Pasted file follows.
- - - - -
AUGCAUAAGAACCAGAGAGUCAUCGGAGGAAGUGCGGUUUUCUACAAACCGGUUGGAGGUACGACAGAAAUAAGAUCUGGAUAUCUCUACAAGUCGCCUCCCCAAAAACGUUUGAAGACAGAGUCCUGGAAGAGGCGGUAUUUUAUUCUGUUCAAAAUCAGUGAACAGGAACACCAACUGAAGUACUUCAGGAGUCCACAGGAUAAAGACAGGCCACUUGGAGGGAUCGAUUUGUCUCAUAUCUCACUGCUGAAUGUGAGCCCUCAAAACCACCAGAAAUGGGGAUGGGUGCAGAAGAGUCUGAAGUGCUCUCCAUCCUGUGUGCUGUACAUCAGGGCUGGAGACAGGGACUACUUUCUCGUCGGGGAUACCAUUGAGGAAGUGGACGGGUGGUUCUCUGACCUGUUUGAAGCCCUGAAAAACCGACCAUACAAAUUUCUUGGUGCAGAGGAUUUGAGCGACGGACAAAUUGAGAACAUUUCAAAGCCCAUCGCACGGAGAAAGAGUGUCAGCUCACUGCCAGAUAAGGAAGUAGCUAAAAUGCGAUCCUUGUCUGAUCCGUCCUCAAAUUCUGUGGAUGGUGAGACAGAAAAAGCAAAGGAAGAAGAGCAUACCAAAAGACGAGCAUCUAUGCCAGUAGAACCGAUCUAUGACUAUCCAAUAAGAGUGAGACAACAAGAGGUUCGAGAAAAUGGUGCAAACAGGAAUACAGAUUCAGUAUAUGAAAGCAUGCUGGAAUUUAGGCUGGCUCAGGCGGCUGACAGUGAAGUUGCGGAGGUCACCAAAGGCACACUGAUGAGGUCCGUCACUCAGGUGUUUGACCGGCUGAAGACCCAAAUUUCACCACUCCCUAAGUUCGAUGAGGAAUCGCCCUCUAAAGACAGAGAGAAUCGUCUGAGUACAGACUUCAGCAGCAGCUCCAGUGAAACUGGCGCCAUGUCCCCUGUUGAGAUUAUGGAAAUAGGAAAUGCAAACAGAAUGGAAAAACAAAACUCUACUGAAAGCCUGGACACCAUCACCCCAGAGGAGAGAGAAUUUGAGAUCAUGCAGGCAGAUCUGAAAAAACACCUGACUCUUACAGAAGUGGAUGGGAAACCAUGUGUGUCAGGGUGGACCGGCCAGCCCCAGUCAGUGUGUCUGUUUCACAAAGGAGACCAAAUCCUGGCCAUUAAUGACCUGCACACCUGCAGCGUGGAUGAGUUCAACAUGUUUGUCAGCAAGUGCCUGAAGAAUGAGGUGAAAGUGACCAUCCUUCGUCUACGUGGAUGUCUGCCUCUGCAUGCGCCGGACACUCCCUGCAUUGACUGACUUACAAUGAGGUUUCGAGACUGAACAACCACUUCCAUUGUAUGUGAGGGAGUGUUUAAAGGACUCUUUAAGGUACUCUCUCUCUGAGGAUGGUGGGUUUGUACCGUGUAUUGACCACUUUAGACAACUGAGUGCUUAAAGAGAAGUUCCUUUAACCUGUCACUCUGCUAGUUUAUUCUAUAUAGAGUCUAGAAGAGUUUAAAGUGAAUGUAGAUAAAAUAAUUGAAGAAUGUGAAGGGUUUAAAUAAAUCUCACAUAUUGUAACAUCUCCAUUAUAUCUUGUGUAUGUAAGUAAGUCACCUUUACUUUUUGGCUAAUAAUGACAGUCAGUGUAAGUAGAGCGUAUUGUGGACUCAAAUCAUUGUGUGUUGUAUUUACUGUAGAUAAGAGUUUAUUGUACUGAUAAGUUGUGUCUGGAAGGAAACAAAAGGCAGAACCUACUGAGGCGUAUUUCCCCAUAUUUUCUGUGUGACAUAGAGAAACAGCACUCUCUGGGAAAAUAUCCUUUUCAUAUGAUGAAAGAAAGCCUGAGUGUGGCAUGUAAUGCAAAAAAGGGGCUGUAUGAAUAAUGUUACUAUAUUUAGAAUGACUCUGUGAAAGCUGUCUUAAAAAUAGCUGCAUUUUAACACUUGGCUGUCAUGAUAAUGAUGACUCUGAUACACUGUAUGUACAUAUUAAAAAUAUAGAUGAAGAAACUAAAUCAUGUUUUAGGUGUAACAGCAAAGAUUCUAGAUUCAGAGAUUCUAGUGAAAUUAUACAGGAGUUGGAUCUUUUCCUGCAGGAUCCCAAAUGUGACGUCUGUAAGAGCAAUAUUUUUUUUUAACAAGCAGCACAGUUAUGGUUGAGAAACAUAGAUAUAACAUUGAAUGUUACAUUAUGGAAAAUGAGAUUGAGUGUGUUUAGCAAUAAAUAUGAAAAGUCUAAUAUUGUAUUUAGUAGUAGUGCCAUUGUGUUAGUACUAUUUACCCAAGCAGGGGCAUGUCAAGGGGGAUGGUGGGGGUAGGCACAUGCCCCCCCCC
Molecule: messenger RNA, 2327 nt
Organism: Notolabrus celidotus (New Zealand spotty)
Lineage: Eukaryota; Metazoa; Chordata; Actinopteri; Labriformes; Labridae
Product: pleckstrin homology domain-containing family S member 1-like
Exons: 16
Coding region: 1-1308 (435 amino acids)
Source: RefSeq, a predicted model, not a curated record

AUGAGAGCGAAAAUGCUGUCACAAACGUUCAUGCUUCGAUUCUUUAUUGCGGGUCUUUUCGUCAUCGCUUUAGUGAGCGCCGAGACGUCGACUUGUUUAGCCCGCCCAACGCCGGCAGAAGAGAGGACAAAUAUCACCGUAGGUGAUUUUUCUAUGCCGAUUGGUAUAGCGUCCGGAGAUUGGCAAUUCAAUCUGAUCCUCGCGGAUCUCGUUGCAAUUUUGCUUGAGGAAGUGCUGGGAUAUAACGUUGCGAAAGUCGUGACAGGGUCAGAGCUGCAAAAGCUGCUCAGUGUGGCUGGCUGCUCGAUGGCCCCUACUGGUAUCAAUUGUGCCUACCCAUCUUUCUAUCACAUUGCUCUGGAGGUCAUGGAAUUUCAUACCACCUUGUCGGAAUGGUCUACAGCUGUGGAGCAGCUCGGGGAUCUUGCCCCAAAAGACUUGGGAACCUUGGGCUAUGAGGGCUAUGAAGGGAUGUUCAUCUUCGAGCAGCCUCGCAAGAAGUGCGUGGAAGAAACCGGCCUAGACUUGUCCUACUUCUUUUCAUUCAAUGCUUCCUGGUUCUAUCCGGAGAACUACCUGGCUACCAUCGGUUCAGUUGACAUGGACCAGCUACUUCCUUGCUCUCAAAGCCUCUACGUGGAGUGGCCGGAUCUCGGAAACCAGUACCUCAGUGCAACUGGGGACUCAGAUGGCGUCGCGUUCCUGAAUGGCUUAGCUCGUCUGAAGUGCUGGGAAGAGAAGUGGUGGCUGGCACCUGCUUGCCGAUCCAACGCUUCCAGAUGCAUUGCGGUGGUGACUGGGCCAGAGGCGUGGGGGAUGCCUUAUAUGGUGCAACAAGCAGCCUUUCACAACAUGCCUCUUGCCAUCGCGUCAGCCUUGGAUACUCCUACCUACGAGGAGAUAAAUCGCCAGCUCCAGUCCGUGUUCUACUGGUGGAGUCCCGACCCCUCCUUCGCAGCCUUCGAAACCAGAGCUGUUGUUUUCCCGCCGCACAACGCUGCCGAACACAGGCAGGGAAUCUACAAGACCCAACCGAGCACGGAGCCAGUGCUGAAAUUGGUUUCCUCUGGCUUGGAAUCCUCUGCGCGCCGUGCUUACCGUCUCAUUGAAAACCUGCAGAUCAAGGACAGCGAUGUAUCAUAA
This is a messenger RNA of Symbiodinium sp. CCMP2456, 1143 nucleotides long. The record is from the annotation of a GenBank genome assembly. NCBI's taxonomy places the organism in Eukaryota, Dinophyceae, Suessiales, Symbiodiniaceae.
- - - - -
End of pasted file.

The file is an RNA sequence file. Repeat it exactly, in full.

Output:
AUGCAUAAGAACCAGAGAGUCAUCGGAGGAAGUGCGGUUUUCUACAAACCGGUUGGAGGUACGACAGAAAUAAGAUCUGGAUAUCUCUACAAGUCGCCUCCCCAAAAACGUUUGAAGACAGAGUCCUGGAAGAGGCGGUAUUUUAUUCUGUUCAAAAUCAGUGAACAGGAACACCAACUGAAGUACUUCAGGAGUCCACAGGAUAAAGACAGGCCACUUGGAGGGAUCGAUUUGUCUCAUAUCUCACUGCUGAAUGUGAGCCCUCAAAACCACCAGAAAUGGGGAUGGGUGCAGAAGAGUCUGAAGUGCUCUCCAUCCUGUGUGCUGUACAUCAGGGCUGGAGACAGGGACUACUUUCUCGUCGGGGAUACCAUUGAGGAAGUGGACGGGUGGUUCUCUGACCUGUUUGAAGCCCUGAAAAACCGACCAUACAAAUUUCUUGGUGCAGAGGAUUUGAGCGACGGACAAAUUGAGAACAUUUCAAAGCCCAUCGCACGGAGAAAGAGUGUCAGCUCACUGCCAGAUAAGGAAGUAGCUAAAAUGCGAUCCUUGUCUGAUCCGUCCUCAAAUUCUGUGGAUGGUGAGACAGAAAAAGCAAAGGAAGAAGAGCAUACCAAAAGACGAGCAUCUAUGCCAGUAGAACCGAUCUAUGACUAUCCAAUAAGAGUGAGACAACAAGAGGUUCGAGAAAAUGGUGCAAACAGGAAUACAGAUUCAGUAUAUGAAAGCAUGCUGGAAUUUAGGCUGGCUCAGGCGGCUGACAGUGAAGUUGCGGAGGUCACCAAAGGCACACUGAUGAGGUCCGUCACUCAGGUGUUUGACCGGCUGAAGACCCAAAUUUCACCACUCCCUAAGUUCGAUGAGGAAUCGCCCUCUAAAGACAGAGAGAAUCGUCUGAGUACAGACUUCAGCAGCAGCUCCAGUGAAACUGGCGCCAUGUCCCCUGUUGAGAUUAUGGAAAUAGGAAAUGCAAACAGAAUGGAAAAACAAAACUCUACUGAAAGCCUGGACACCAUCACCCCAGAGGAGAGAGAAUUUGAGAUCAUGCAGGCAGAUCUGAAAAAACACCUGACUCUUACAGAAGUGGAUGGGAAACCAUGUGUGUCAGGGUGGACCGGCCAGCCCCAGUCAGUGUGUCUGUUUCACAAAGGAGACCAAAUCCUGGCCAUUAAUGACCUGCACACCUGCAGCGUGGAUGAGUUCAACAUGUUUGUCAGCAAGUGCCUGAAGAAUGAGGUGAAAGUGACCAUCCUUCGUCUACGUGGAUGUCUGCCUCUGCAUGCGCCGGACACUCCCUGCAUUGACUGACUUACAAUGAGGUUUCGAGACUGAACAACCACUUCCAUUGUAUGUGAGGGAGUGUUUAAAGGACUCUUUAAGGUACUCUCUCUCUGAGGAUGGUGGGUUUGUACCGUGUAUUGACCACUUUAGACAACUGAGUGCUUAAAGAGAAGUUCCUUUAACCUGUCACUCUGCUAGUUUAUUCUAUAUAGAGUCUAGAAGAGUUUAAAGUGAAUGUAGAUAAAAUAAUUGAAGAAUGUGAAGGGUUUAAAUAAAUCUCACAUAUUGUAACAUCUCCAUUAUAUCUUGUGUAUGUAAGUAAGUCACCUUUACUUUUUGGCUAAUAAUGACAGUCAGUGUAAGUAGAGCGUAUUGUGGACUCAAAUCAUUGUGUGUUGUAUUUACUGUAGAUAAGAGUUUAUUGUACUGAUAAGUUGUGUCUGGAAGGAAACAAAAGGCAGAACCUACUGAGGCGUAUUUCCCCAUAUUUUCUGUGUGACAUAGAGAAACAGCACUCUCUGGGAAAAUAUCCUUUUCAUAUGAUGAAAGAAAGCCUGAGUGUGGCAUGUAAUGCAAAAAAGGGGCUGUAUGAAUAAUGUUACUAUAUUUAGAAUGACUCUGUGAAAGCUGUCUUAAAAAUAGCUGCAUUUUAACACUUGGCUGUCAUGAUAAUGAUGACUCUGAUACACUGUAUGUACAUAUUAAAAAUAUAGAUGAAGAAACUAAAUCAUGUUUUAGGUGUAACAGCAAAGAUUCUAGAUUCAGAGAUUCUAGUGAAAUUAUACAGGAGUUGGAUCUUUUCCUGCAGGAUCCCAAAUGUGACGUCUGUAAGAGCAAUAUUUUUUUUUAACAAGCAGCACAGUUAUGGUUGAGAAACAUAGAUAUAACAUUGAAUGUUACAUUAUGGAAAAUGAGAUUGAGUGUGUUUAGCAAUAAAUAUGAAAAGUCUAAUAUUGUAUUUAGUAGUAGUGCCAUUGUGUUAGUACUAUUUACCCAAGCAGGGGCAUGUCAAGGGGGAUGGUGGGGGUAGGCACAUGCCCCCCCCC
Molecule: messenger RNA, 2327 nt
Organism: Notolabrus celidotus (New Zealand spotty)
Lineage: Eukaryota; Metazoa; Chordata; Actinopteri; Labriformes; Labridae
Product: pleckstrin homology domain-containing family S member 1-like
Exons: 16
Coding region: 1-1308 (435 amino acids)
Source: RefSeq, a predicted model, not a curated record

AUGAGAGCGAAAAUGCUGUCACAAACGUUCAUGCUUCGAUUCUUUAUUGCGGGUCUUUUCGUCAUCGCUUUAGUGAGCGCCGAGACGUCGACUUGUUUAGCCCGCCCAACGCCGGCAGAAGAGAGGACAAAUAUCACCGUAGGUGAUUUUUCUAUGCCGAUUGGUAUAGCGUCCGGAGAUUGGCAAUUCAAUCUGAUCCUCGCGGAUCUCGUUGCAAUUUUGCUUGAGGAAGUGCUGGGAUAUAACGUUGCGAAAGUCGUGACAGGGUCAGAGCUGCAAAAGCUGCUCAGUGUGGCUGGCUGCUCGAUGGCCCCUACUGGUAUCAAUUGUGCCUACCCAUCUUUCUAUCACAUUGCUCUGGAGGUCAUGGAAUUUCAUACCACCUUGUCGGAAUGGUCUACAGCUGUGGAGCAGCUCGGGGAUCUUGCCCCAAAAGACUUGGGAACCUUGGGCUAUGAGGGCUAUGAAGGGAUGUUCAUCUUCGAGCAGCCUCGCAAGAAGUGCGUGGAAGAAACCGGCCUAGACUUGUCCUACUUCUUUUCAUUCAAUGCUUCCUGGUUCUAUCCGGAGAACUACCUGGCUACCAUCGGUUCAGUUGACAUGGACCAGCUACUUCCUUGCUCUCAAAGCCUCUACGUGGAGUGGCCGGAUCUCGGAAACCAGUACCUCAGUGCAACUGGGGACUCAGAUGGCGUCGCGUUCCUGAAUGGCUUAGCUCGUCUGAAGUGCUGGGAAGAGAAGUGGUGGCUGGCACCUGCUUGCCGAUCCAACGCUUCCAGAUGCAUUGCGGUGGUGACUGGGCCAGAGGCGUGGGGGAUGCCUUAUAUGGUGCAACAAGCAGCCUUUCACAACAUGCCUCUUGCCAUCGCGUCAGCCUUGGAUACUCCUACCUACGAGGAGAUAAAUCGCCAGCUCCAGUCCGUGUUCUACUGGUGGAGUCCCGACCCCUCCUUCGCAGCCUUCGAAACCAGAGCUGUUGUUUUCCCGCCGCACAACGCUGCCGAACACAGGCAGGGAAUCUACAAGACCCAACCGAGCACGGAGCCAGUGCUGAAAUUGGUUUCCUCUGGCUUGGAAUCCUCUGCGCGCCGUGCUUACCGUCUCAUUGAAAACCUGCAGAUCAAGGACAGCGAUGUAUCAUAA
This is a messenger RNA of Symbiodinium sp. CCMP2456, 1143 nucleotides long. The record is from the annotation of a GenBank genome assembly. NCBI's taxonomy places the organism in Eukaryota, Dinophyceae, Suessiales, Symbiodiniaceae.